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Chaos in Iraq could bode well for North American oil producers

A few random ramblings on the markets and the macro investing situation to start the week:


The turmoil and chaos in Iraq is putting a bid under the energy markets. This of course is helping to escalate the price of crude oil and energy cost worldwide. I have a couple takes on this, outside of the fact that increasing unrest in the Middle East and its possible contagion will escalate the “fear premium” in crude.

1. North American oil is becoming more valuable. All the unrest in politically unstable regimes throughout the world that supply the global market with crude (Libya, Russia, Iraq) is making secure and politically stable regimes and countries with energy resources more attractive. This bodes very well for North American investment and energy supplies. Canadian tar sand producers which have some of the largest reserves locked in secure and stable regimes should benefit immensely if this instability escalates and spreads.

2. Geographic energy polarisation will rise. The result of this instability and the likely further push to invest locally will increase the world energy polarisation. We are likely to begin shifting at an ever-increasing rate towards North American energy independence — i.e. between the massive increase in US shale production, Canadian tar sand production and Mexican reinvestment, North America is increasingly becoming less dependent on Middle East oil. This could further destabilise the Middle East if western powers that have traditionally offered some form of military stabilisation get increasingly disinterested. It also means Asia will dominate Middle East consumption (think China) and energy pacts will become increasingly East vs. West. A perfect example of this is the Russia/China gas deal that pivots gas to Asia away from Western Europe. The political divide and trade flow implications are likely to continue to evolve.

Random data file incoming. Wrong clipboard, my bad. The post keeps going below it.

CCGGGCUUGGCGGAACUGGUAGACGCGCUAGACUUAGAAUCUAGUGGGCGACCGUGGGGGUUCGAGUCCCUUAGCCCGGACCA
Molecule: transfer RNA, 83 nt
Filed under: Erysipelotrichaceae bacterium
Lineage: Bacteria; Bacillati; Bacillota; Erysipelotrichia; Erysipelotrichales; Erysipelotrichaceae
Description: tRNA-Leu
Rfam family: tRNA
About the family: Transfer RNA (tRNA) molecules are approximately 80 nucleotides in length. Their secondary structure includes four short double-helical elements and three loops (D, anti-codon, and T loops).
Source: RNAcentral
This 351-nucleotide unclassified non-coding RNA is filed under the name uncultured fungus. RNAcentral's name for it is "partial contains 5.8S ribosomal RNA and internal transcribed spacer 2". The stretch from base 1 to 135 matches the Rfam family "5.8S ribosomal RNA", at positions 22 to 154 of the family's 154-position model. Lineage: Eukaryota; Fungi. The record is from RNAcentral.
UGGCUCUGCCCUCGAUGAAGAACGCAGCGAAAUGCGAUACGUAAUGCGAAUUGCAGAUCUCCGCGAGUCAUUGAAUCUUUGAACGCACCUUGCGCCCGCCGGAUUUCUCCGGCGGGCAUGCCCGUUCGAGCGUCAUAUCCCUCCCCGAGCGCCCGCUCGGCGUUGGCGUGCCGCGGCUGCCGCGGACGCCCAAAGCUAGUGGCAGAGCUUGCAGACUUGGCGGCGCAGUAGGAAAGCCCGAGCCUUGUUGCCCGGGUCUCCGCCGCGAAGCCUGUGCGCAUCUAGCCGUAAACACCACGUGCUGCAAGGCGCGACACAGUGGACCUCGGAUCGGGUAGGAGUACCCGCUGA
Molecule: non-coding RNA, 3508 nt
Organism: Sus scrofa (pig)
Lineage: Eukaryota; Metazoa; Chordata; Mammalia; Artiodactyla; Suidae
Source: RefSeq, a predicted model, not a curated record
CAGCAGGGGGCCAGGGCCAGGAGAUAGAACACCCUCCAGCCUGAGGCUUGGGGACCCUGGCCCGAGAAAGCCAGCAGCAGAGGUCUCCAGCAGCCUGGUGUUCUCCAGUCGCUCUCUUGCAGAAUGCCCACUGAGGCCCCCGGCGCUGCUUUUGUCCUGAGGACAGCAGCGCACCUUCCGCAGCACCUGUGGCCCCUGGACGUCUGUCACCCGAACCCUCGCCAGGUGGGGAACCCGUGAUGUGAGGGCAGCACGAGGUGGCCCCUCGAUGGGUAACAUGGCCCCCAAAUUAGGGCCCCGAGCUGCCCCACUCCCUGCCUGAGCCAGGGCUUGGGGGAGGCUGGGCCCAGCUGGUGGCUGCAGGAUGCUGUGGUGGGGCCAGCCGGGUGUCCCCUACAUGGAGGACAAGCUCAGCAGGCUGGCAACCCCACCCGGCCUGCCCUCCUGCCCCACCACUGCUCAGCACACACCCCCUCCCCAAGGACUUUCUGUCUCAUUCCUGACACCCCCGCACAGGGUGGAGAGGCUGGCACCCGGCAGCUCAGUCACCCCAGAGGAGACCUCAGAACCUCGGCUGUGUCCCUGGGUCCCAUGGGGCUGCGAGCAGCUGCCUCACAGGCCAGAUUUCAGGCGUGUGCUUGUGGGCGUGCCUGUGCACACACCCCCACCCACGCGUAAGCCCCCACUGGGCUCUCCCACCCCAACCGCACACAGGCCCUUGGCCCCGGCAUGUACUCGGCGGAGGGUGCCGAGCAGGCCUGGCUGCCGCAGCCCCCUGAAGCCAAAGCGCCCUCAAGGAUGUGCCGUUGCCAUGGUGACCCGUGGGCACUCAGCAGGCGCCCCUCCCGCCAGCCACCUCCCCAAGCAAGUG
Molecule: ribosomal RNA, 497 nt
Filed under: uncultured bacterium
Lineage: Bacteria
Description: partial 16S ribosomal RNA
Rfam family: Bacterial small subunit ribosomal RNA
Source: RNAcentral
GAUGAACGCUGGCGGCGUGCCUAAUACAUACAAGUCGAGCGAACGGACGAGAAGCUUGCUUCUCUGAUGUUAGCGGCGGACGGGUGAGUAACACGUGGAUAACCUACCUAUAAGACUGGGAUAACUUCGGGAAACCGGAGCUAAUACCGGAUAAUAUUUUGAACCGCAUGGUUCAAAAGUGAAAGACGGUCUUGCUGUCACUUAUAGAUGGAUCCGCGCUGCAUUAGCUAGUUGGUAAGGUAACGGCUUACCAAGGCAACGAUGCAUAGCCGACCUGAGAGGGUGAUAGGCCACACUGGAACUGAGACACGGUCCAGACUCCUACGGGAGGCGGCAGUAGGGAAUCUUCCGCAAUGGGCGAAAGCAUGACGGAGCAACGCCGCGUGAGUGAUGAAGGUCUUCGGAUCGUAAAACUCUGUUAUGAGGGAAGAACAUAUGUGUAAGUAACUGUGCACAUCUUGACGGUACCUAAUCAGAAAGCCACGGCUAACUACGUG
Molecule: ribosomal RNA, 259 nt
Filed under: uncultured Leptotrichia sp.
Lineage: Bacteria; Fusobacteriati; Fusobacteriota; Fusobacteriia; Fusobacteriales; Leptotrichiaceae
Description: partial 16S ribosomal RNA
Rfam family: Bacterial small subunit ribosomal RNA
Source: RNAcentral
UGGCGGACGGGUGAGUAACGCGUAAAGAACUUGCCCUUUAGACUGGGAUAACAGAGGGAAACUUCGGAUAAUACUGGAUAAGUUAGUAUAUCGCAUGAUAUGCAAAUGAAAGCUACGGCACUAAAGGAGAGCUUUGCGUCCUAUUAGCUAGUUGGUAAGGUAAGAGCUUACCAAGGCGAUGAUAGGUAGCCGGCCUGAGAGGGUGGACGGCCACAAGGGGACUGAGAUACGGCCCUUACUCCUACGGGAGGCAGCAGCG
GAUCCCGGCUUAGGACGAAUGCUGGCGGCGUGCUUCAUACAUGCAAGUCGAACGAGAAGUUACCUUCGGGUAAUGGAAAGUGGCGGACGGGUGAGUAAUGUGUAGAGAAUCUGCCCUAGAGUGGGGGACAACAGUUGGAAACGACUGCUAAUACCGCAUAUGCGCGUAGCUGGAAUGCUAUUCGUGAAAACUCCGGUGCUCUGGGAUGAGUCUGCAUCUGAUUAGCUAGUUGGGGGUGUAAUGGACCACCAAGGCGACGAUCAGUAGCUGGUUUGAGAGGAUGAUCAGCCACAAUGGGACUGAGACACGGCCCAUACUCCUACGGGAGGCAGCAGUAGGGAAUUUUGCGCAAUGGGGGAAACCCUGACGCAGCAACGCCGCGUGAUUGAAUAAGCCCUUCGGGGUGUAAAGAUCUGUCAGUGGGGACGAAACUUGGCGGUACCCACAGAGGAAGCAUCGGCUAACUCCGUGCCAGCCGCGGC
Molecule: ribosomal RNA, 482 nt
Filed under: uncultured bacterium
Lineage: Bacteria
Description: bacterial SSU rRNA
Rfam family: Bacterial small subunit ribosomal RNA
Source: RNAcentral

Endowment and Pension Fund Shortfalls? Blame Alternative Investments

At the recent Trustee Leadership Forum for Retirement Security held at Harvard's Kennedy School of Government, an attempt was made to explain why so many state pensions are underfunded and underperforming. The event produced a consensus that the Yale model — outsize investments in hedge funds, venture capital and private equity — no longer works. This model's performance numbers over the last ten years have quite frankly been horrible. A large reason for this is that corporate pensions and university endowments have missed the rally in stocks since 2009. According to Gregory Zuckerman of the Wall Street Journal: “The average college endowment had 16 percent of its investment portfolio in US stocks as of the end of June 2013, the most recent academic year, according to a poll of 835 schools conducted by Commonfund, an organisation that helps invest money for colleges. That is down from 23 percent in 2008 and 32 percent a decade ago. What is shocking is that the Commonfund poll also suggests that the $450 billion in endowments had 53 percent of their assets in alternatives strategies recently, up from 33 percent in 2003.